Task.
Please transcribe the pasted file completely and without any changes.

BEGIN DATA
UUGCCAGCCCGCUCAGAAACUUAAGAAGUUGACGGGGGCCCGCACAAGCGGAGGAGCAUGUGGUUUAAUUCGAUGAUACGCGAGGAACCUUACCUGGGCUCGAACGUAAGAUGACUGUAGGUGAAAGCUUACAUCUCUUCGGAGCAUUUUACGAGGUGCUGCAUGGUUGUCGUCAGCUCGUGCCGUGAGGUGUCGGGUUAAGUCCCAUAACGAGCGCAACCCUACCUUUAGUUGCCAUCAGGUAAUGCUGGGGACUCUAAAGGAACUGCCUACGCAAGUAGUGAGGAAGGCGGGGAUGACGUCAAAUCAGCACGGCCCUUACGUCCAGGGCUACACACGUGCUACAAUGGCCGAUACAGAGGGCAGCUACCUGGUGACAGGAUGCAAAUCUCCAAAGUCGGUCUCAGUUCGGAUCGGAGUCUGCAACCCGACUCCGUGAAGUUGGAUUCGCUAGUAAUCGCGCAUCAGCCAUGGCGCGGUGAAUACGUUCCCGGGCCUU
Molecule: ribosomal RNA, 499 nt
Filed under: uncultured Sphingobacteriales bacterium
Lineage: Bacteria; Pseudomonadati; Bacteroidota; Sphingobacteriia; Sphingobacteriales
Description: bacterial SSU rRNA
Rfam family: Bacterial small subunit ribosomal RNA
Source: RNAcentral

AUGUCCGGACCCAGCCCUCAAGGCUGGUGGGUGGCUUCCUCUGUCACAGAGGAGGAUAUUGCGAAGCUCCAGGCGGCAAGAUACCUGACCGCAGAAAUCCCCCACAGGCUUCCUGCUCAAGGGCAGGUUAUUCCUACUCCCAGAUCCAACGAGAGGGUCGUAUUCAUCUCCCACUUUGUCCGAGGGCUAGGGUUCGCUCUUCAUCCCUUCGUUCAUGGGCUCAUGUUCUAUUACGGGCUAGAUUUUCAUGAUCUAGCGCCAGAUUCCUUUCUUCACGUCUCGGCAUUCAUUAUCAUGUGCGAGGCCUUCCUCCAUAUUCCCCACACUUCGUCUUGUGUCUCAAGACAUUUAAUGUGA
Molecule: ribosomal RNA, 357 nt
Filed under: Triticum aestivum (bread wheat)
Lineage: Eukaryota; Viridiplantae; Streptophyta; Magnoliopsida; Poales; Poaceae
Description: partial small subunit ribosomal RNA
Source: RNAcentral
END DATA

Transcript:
UUGCCAGCCCGCUCAGAAACUUAAGAAGUUGACGGGGGCCCGCACAAGCGGAGGAGCAUGUGGUUUAAUUCGAUGAUACGCGAGGAACCUUACCUGGGCUCGAACGUAAGAUGACUGUAGGUGAAAGCUUACAUCUCUUCGGAGCAUUUUACGAGGUGCUGCAUGGUUGUCGUCAGCUCGUGCCGUGAGGUGUCGGGUUAAGUCCCAUAACGAGCGCAACCCUACCUUUAGUUGCCAUCAGGUAAUGCUGGGGACUCUAAAGGAACUGCCUACGCAAGUAGUGAGGAAGGCGGGGAUGACGUCAAAUCAGCACGGCCCUUACGUCCAGGGCUACACACGUGCUACAAUGGCCGAUACAGAGGGCAGCUACCUGGUGACAGGAUGCAAAUCUCCAAAGUCGGUCUCAGUUCGGAUCGGAGUCUGCAACCCGACUCCGUGAAGUUGGAUUCGCUAGUAAUCGCGCAUCAGCCAUGGCGCGGUGAAUACGUUCCCGGGCCUU
Molecule: ribosomal RNA, 499 nt
Filed under: uncultured Sphingobacteriales bacterium
Lineage: Bacteria; Pseudomonadati; Bacteroidota; Sphingobacteriia; Sphingobacteriales
Description: bacterial SSU rRNA
Rfam family: Bacterial small subunit ribosomal RNA
Source: RNAcentral

AUGUCCGGACCCAGCCCUCAAGGCUGGUGGGUGGCUUCCUCUGUCACAGAGGAGGAUAUUGCGAAGCUCCAGGCGGCAAGAUACCUGACCGCAGAAAUCCCCCACAGGCUUCCUGCUCAAGGGCAGGUUAUUCCUACUCCCAGAUCCAACGAGAGGGUCGUAUUCAUCUCCCACUUUGUCCGAGGGCUAGGGUUCGCUCUUCAUCCCUUCGUUCAUGGGCUCAUGUUCUAUUACGGGCUAGAUUUUCAUGAUCUAGCGCCAGAUUCCUUUCUUCACGUCUCGGCAUUCAUUAUCAUGUGCGAGGCCUUCCUCCAUAUUCCCCACACUUCGUCUUGUGUCUCAAGACAUUUAAUGUGA
Molecule: ribosomal RNA, 357 nt
Filed under: Triticum aestivum (bread wheat)
Lineage: Eukaryota; Viridiplantae; Streptophyta; Magnoliopsida; Poales; Poaceae
Description: partial small subunit ribosomal RNA
Source: RNAcentral